Since the Department of Veteran Affairs announced in late May that it had lost information for more than 26 million vets, the Federal Government has been involved in at least 10 additional losses of personal data affecting more than 300,000 people.
The IRS, the Department of Energy (twice), the USDA, the Federal Trade Commission, the U.S. Navy (three times) and Department of Defense have all issued press releases stating that they have lost the personal information of thousands or tens of thousands, even hundreds of thousands of Americans. In many cases, these records contain all of the information a thief would need to completely assume someone?s identity. After all, it was all of the information they needed to confirm the consumer?s identity in the first place.
Most stories provide the same advice: Get a copy of your credit reports from each of the three credit bureaus once a year. Check your banking and credit card statements for unusual transactions. File a police report. Shred your mail. Get free credit monitoring for a year. But credit industry leaders admit that these efforts are too little, too late.
"That doesn't protect consumers. It's not going to help and the public is starting to learn that," says Thomas Chapman, CEO of Equifax, one of the 'big three' credit reporting agencies in the United States.
Due to ever stronger consumer protection laws, Americans are financially protected from most losses when it comes to damage to credit reports and credit cards caused by a thief. It's the other ways a thief can use someone else's identity that can cause serious damage to a victim's life.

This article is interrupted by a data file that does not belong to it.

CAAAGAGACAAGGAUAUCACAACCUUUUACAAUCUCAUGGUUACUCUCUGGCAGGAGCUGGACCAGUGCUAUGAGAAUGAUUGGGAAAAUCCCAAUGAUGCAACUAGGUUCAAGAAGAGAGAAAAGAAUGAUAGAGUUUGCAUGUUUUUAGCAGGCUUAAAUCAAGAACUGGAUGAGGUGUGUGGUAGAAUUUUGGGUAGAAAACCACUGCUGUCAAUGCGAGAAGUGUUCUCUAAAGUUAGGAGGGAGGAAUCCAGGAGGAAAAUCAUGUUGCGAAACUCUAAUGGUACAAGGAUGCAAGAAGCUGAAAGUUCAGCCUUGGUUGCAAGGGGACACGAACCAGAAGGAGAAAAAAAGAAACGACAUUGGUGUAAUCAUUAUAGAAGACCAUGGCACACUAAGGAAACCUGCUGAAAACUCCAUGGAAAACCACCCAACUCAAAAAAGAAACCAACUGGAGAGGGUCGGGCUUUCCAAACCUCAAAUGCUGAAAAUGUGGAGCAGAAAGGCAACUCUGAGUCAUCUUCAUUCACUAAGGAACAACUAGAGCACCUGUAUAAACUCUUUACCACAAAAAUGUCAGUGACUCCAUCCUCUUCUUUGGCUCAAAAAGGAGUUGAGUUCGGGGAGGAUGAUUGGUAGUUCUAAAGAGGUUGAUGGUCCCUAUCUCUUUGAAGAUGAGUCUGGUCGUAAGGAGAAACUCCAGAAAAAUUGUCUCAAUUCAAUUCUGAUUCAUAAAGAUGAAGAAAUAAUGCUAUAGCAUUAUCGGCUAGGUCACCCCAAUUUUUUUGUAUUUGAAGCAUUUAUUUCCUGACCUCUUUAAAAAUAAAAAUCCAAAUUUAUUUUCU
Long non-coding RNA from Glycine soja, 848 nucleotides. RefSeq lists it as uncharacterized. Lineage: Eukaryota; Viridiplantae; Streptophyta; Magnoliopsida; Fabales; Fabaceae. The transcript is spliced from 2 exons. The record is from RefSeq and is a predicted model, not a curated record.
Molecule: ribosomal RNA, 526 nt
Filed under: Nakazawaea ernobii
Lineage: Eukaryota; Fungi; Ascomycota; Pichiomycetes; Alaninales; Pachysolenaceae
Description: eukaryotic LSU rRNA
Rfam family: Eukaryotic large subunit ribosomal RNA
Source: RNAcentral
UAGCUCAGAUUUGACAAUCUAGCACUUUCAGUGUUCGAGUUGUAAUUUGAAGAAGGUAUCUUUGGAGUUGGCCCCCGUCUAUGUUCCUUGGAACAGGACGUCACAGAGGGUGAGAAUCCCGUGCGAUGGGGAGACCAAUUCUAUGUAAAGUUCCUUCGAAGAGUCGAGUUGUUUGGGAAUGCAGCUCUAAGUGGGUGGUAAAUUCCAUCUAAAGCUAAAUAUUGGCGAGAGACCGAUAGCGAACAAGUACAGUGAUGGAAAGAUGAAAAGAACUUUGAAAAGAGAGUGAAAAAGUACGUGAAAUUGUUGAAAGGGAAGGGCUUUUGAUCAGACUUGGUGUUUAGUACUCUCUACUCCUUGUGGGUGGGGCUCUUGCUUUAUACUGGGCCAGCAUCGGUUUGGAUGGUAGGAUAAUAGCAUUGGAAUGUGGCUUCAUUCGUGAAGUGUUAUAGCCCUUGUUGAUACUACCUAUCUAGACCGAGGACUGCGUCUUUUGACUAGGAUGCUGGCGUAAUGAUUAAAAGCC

Take, for instance, the reporter whose 20-year old checkbook wound up in the wrong hands. "The thief was bouncing checks all over the place. The problem was, he was using my name and check fraud is a felony."
Or the Phoenix man whose identity was stolen by a man who went on to commit rape and murders using his name; "Even though he?s sitting in prison, I sometimes feel like I'm the one serving the life sentence," says the victim.
Or the single mom in Houston whose seven year battle with a bank spurred new legislation in Congress. "Although the new law is good, I'm still dealing with the consequences," she said.
So where is the protection coming from? The federal government is trying to act but inner-battles about what to do and who is paying for it has the process bogged down. Other options coming through Congress are getting weight down with other non-ID theft legislation getting attached. "As one senator told us ' we sit here trying to fix the problems and you have already found the answer,'" says Robert Maynard, co-founder of LifeLock, a former victim of Identity theft and a veteran himself. "We have uncovered the secret to this problem and currently protecting thousands of people right now from this faceless crime. Our identities are so much more than our credit reports, monitoring and apology letters."
In the meantime, the notification letters continue to be sent and people like decorated Veteran Bobby Joe Harris of Chandler, Ariz. "I trusted my personal information to just about all the companies that recently announced problems. How am I supposed to feel when I keep getting letters in the mail saying take precautions now? I know the VA has come out and said that it's all clear, but what about the others? I'm not sure what to believe anymore. That's why I took control of the situation and signed up for LifeLock."
LifeLock has been featured on CNN, MSNBC, FOX News, CNBC, in The New York Times, The Wall Street Journal, The Los Angeles Times, The Dallas Morning News and more than 100 more. For more information on LifeLock, go to www.lifelock.com. Veterans and military families can still enroll for LifeLock's service free for 90-days. After the initial 90-days, the service can be extended at a 25 percent discount. There is no obligation to extend the service beyond the first free 90-days.